The internet is a ubiquitous phenomenon, available to virtually all of us – young and old. Perhaps those among the older generations among us still have a more difficult time getting used to the internet, but they’re now in the minority. While many of us were exposed to the internet and began using it in daily life a long time after we were born, it’s very different for children today. Before many of them learn to read and write, or even walk and talk, they’re connected to the internet in some way or another – navigating it in their own way.
As parents, we seek to help our kids, allowing them the opportunity to learn skills in order to grow and develop. Without a doubt, navigating online is a skill that our children will be using throughout their lives, but how do we keep them safe?
From watching cartoons on YouTube on their tablets, to playing games on our (and their) mobile phones, laptops, and consoles, we have to become aware of their safety – both online and offline.
While it sounds simple, it may sometimes be a bit more difficult than we think – especially with such ease of access to the online world. With younger children, like toddlers, it’s a lot easier to keep our eye on them and choose when they can have access to connected devices. It’s best to give them access when they’re not away from your watchful eye, making sure they don’t access anything sensitive or disturbing online – whether by accident or not. Storing your child’s tablet out of their reach is highly effective – they may even forget that it’s there.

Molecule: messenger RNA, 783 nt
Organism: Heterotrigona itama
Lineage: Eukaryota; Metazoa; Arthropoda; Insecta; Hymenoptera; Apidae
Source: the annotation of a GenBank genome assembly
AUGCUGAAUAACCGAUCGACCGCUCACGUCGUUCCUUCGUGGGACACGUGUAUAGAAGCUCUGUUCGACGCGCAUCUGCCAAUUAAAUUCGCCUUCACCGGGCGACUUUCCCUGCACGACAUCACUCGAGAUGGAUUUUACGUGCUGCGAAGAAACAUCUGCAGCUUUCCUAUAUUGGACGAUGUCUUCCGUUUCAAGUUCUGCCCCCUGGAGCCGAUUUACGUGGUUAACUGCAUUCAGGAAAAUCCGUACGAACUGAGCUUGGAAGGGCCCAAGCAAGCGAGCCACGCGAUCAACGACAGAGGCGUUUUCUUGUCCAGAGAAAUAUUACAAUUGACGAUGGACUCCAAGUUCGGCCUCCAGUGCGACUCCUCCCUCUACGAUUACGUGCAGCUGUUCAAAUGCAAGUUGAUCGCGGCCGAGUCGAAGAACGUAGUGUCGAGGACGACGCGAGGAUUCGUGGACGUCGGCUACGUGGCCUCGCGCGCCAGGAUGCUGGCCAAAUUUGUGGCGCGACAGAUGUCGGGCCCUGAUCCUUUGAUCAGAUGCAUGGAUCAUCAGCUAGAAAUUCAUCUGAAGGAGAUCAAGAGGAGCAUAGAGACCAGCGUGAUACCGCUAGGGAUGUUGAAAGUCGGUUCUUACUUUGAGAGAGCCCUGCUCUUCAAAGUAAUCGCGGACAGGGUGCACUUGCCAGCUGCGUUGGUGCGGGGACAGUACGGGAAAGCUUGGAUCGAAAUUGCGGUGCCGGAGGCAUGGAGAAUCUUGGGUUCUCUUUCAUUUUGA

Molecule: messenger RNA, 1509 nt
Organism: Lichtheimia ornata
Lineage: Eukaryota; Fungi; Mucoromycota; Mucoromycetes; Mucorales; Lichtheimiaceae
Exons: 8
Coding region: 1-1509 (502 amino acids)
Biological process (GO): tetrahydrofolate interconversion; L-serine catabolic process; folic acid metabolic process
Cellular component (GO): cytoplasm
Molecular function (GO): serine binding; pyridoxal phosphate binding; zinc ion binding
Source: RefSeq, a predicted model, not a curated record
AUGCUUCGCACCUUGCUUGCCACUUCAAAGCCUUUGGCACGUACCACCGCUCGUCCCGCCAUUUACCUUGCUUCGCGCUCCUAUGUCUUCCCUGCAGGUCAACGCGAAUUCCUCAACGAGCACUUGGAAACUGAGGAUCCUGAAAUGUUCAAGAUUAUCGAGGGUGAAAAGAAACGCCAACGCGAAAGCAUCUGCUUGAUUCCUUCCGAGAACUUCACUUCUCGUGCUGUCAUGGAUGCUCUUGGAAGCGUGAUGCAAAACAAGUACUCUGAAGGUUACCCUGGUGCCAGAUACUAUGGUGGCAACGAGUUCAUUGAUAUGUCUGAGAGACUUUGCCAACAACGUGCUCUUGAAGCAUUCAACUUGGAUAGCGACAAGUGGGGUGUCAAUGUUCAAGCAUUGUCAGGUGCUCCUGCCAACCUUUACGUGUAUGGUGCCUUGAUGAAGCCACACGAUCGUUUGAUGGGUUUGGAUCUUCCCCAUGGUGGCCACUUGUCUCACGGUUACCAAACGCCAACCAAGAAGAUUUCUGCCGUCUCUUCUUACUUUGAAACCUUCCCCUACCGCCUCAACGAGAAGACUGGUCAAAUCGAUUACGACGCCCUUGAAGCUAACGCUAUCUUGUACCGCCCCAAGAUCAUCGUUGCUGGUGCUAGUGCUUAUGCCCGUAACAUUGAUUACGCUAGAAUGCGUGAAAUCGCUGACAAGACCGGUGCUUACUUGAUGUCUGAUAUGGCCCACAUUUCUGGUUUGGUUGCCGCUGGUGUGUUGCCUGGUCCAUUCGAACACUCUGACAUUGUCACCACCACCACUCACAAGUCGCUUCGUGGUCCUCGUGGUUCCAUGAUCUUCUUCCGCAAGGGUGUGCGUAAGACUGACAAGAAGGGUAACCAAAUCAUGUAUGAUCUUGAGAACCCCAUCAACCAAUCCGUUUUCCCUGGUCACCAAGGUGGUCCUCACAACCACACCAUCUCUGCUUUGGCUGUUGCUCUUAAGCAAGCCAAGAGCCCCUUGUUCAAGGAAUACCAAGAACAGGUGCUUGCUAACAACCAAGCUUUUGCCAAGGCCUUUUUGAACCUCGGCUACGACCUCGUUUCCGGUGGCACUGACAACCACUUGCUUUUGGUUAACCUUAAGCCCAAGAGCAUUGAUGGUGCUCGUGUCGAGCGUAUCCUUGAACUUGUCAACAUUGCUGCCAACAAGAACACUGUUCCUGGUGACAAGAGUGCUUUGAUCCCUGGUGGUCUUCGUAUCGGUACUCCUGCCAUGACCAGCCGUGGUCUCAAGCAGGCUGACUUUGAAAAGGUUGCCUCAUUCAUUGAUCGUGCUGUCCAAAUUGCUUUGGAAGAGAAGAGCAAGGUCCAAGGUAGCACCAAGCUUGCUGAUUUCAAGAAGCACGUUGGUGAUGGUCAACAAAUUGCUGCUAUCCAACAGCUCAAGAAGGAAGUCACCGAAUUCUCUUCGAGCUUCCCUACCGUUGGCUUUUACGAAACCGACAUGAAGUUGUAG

While your kids are toddlers and even when they’re getting older, the best that you can do is keep aware of what’s happening in their lives – as best you can, of course. This includes keeping in touch with what’s happening in the online world, as well as what’s trendy among your kids’ peer group. Remember, their peer group doesn’t just extend to those they see at school and sports practice every day, but also others who they interact with regularly online. These interactions may happen over social media, messenger services, or online gaming servers. Get to know their peer group, both online and offline, and make sure the people your kid is in contact with are trustworthy. Check up on their names, numbers, email addresses or any other information that you may have to confirm that your kid is in a safe company with a people-finder service like Nuwber.
It helps if you build a strong enough relationship with your child that they’d tell you about trends or phenomena that gather traction online, but if they’re a bit more secretive, you’re going to have to keep up with that yourself or through other parents.
It’s important to note that many dangerous trends have begun online, like life-threatening challenges that may physically and emotionally harm your child.
Keep Devices Filtered